Send to

Choose Destination
See comment in PubMed Commons below
Genet Soc Gen Psychol Monogr. 1999 Nov;125(4):333-412.

Body schema, gender, and other correlates in nonclinical populations.

Author information

  • 1Department of Psychology, St. Louis University, USA.


The link between body image and eating disorders has been extensively discussed, but investigations using nonclinical populations have not been systematically reviewed. In this article, a model to guide future researchers has been provided, and an attempt has been made to organize and synthesize the existing findings, with special attention to gender differences. Future researchers should more carefully delineate behavioral, emotional, cognitive, motivational, and evaluative components of body schema and should explore the relationship between body schema and outcomes other than eating disturbances. Conclusions in this review include the following: (a) Verbal measures of body schema are more successful than visual assessment tools; (b) measures of body distortion have been less successful than measures of dissatisfaction; (c) gender differences are prevalent; (d) behavioral outcomes can be successfully predicted; and (e) pubertal development plays a critical role in the gender differentiation of body schemas.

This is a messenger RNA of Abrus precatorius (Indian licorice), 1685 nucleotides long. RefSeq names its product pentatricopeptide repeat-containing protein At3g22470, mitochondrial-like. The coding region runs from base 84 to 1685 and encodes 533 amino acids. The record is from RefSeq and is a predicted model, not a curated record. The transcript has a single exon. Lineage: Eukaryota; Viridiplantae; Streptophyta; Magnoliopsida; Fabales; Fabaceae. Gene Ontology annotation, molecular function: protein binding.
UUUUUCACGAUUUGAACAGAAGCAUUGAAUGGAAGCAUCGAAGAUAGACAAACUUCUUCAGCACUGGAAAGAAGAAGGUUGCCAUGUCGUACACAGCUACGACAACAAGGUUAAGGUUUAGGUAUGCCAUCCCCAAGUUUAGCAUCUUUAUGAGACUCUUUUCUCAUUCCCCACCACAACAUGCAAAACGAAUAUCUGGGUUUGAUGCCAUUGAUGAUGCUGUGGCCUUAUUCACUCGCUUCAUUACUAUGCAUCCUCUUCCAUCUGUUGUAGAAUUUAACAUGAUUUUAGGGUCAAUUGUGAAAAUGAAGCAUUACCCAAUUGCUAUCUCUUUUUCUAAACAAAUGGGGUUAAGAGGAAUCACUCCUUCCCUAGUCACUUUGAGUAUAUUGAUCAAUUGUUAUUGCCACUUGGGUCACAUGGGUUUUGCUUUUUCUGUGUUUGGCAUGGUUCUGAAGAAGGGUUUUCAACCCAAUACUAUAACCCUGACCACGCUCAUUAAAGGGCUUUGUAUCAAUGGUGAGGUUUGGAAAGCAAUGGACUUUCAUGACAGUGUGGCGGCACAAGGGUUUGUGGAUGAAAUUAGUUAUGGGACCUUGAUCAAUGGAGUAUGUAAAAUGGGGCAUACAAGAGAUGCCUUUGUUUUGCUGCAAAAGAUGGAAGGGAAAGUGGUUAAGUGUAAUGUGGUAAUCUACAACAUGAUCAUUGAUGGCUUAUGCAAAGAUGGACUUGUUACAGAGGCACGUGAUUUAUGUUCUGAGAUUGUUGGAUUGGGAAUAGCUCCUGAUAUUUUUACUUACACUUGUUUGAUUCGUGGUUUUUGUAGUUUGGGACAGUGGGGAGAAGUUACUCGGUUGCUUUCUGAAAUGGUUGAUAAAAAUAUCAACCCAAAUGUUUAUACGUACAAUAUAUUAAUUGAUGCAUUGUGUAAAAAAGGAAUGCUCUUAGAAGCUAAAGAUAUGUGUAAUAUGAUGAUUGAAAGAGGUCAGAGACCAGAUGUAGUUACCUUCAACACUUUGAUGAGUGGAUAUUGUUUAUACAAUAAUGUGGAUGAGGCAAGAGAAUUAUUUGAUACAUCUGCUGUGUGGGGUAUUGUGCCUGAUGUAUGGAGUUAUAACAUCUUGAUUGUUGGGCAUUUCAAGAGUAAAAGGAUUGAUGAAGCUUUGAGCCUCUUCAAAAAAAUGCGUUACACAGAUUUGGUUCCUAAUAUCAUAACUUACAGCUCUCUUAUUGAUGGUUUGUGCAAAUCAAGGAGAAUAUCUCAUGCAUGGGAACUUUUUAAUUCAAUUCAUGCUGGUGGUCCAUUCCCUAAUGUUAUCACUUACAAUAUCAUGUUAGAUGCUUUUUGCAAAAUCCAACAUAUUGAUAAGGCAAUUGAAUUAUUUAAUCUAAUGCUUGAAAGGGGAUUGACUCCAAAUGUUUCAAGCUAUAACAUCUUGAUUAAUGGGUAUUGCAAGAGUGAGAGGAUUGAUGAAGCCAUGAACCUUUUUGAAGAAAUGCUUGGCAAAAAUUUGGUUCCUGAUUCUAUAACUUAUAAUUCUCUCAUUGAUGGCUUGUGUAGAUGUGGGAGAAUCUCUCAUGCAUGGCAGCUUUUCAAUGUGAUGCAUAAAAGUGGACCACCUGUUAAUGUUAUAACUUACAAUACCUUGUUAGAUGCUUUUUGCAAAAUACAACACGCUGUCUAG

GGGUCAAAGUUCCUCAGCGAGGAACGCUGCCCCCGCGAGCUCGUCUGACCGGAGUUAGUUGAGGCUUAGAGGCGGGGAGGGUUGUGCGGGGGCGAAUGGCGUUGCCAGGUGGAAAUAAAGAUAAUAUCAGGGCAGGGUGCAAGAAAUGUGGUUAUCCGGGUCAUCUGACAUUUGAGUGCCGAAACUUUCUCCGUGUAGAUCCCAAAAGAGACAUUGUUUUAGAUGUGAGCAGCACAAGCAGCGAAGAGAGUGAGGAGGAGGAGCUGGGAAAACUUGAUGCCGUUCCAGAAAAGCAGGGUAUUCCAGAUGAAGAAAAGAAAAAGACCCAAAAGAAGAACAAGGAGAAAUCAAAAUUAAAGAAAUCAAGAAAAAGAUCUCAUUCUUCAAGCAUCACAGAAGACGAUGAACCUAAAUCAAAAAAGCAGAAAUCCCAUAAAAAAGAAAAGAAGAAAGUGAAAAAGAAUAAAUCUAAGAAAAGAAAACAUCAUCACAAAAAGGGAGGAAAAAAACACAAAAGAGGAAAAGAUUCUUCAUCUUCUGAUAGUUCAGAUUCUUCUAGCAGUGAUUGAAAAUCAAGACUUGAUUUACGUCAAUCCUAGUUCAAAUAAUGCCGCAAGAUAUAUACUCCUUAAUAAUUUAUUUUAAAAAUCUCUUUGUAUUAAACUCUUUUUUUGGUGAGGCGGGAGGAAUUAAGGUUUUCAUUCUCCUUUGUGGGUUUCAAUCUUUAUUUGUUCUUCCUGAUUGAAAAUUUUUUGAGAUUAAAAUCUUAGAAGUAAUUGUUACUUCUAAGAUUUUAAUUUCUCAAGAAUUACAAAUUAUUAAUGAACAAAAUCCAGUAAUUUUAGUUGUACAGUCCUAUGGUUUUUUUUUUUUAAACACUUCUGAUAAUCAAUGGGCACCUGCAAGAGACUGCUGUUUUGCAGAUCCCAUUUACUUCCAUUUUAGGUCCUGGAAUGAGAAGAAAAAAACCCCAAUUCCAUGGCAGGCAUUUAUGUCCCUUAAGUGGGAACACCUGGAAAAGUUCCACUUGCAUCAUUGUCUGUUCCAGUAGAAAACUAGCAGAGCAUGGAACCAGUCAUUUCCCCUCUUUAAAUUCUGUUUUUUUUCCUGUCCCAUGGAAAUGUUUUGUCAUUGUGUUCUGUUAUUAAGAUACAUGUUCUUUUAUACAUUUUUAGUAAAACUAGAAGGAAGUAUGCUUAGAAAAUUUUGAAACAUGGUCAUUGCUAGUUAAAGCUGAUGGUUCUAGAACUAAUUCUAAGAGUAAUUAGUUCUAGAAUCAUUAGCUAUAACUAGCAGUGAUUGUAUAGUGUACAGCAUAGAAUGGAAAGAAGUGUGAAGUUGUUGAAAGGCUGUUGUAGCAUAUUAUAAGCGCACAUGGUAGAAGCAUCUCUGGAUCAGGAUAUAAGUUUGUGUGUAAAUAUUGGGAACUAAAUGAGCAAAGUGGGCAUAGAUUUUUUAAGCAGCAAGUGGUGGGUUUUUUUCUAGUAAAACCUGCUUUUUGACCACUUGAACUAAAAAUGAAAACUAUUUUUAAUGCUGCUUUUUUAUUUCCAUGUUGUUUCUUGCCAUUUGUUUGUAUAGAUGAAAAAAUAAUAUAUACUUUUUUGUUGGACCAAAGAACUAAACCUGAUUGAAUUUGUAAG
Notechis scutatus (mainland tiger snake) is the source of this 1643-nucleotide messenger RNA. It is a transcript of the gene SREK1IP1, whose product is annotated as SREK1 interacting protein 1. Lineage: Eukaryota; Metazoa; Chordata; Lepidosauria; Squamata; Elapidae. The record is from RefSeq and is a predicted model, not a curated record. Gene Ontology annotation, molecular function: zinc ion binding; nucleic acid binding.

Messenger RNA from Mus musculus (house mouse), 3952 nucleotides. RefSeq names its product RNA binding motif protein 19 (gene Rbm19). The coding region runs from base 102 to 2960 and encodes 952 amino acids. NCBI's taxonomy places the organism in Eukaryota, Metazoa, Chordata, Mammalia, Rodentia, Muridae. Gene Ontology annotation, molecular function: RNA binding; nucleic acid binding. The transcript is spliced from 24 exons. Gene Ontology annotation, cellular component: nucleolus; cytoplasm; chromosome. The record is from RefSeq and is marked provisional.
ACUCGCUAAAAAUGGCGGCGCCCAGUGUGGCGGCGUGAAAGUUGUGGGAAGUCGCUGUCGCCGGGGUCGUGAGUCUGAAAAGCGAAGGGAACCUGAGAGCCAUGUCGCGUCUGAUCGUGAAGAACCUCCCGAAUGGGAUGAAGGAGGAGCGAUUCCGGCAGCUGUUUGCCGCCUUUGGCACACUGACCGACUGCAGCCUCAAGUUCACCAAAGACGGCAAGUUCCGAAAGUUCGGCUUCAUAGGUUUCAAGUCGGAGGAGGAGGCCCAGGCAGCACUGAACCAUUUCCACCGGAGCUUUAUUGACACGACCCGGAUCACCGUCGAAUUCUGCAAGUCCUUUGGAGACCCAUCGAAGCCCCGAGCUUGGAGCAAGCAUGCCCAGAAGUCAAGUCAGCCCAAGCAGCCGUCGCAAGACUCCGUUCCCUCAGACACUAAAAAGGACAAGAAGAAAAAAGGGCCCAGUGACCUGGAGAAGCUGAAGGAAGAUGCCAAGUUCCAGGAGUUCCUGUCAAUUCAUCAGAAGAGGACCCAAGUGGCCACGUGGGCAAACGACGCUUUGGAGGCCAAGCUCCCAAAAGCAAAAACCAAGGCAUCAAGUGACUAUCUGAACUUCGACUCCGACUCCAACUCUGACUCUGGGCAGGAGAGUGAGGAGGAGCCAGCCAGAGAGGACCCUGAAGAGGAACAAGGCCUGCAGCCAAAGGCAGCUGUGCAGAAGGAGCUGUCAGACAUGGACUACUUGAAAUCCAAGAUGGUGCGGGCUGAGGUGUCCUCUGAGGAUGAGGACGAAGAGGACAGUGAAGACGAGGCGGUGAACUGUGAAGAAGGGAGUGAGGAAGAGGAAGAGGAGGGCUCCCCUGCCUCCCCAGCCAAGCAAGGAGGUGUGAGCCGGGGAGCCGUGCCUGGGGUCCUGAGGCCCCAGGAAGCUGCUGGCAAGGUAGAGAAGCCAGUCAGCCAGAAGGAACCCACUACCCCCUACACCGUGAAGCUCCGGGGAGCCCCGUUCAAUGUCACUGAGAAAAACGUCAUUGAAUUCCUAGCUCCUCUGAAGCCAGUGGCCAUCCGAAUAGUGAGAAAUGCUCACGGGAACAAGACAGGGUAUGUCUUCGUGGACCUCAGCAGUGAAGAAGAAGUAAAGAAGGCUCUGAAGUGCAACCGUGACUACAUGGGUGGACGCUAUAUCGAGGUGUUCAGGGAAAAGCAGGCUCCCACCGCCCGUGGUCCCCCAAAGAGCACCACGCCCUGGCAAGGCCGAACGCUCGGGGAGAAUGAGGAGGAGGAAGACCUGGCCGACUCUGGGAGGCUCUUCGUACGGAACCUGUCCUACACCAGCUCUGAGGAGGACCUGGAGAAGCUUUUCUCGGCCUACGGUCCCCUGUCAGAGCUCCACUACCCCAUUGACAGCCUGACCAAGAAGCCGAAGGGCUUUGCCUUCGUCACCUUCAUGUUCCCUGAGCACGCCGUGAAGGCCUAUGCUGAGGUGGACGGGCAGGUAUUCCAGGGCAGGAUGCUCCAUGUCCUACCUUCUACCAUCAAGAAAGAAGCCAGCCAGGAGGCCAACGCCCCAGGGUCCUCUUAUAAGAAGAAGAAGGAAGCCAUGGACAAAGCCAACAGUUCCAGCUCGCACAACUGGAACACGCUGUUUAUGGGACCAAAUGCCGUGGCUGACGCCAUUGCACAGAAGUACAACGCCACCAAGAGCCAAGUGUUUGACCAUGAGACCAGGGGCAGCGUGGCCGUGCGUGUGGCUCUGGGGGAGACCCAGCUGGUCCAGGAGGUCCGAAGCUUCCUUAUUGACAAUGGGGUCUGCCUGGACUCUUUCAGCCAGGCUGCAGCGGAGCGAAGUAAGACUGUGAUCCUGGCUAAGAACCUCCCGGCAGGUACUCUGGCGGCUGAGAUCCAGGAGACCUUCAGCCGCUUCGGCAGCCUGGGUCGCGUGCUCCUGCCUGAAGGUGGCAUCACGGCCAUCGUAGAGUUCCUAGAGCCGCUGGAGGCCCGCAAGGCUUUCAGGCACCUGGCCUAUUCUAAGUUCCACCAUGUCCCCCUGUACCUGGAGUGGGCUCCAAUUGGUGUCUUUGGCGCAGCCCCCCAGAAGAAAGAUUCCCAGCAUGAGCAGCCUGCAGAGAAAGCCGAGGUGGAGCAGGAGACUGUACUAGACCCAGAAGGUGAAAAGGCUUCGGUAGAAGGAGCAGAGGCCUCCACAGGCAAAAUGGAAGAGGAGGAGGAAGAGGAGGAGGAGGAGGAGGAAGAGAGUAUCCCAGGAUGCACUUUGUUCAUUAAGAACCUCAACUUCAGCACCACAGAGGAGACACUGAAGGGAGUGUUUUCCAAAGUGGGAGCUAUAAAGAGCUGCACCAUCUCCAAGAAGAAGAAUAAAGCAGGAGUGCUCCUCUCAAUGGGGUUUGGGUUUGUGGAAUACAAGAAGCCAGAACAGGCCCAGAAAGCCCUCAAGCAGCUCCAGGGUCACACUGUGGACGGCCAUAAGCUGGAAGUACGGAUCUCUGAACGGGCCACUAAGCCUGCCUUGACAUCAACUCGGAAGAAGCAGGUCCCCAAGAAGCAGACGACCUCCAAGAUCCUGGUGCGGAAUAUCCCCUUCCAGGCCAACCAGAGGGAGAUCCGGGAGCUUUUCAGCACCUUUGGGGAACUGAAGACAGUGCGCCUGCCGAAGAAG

[PubMed - indexed for MEDLINE]
PubMed Commons home

PubMed Commons

How to join PubMed Commons

    Supplemental Content

    Loading ...
    Write to the Help Desk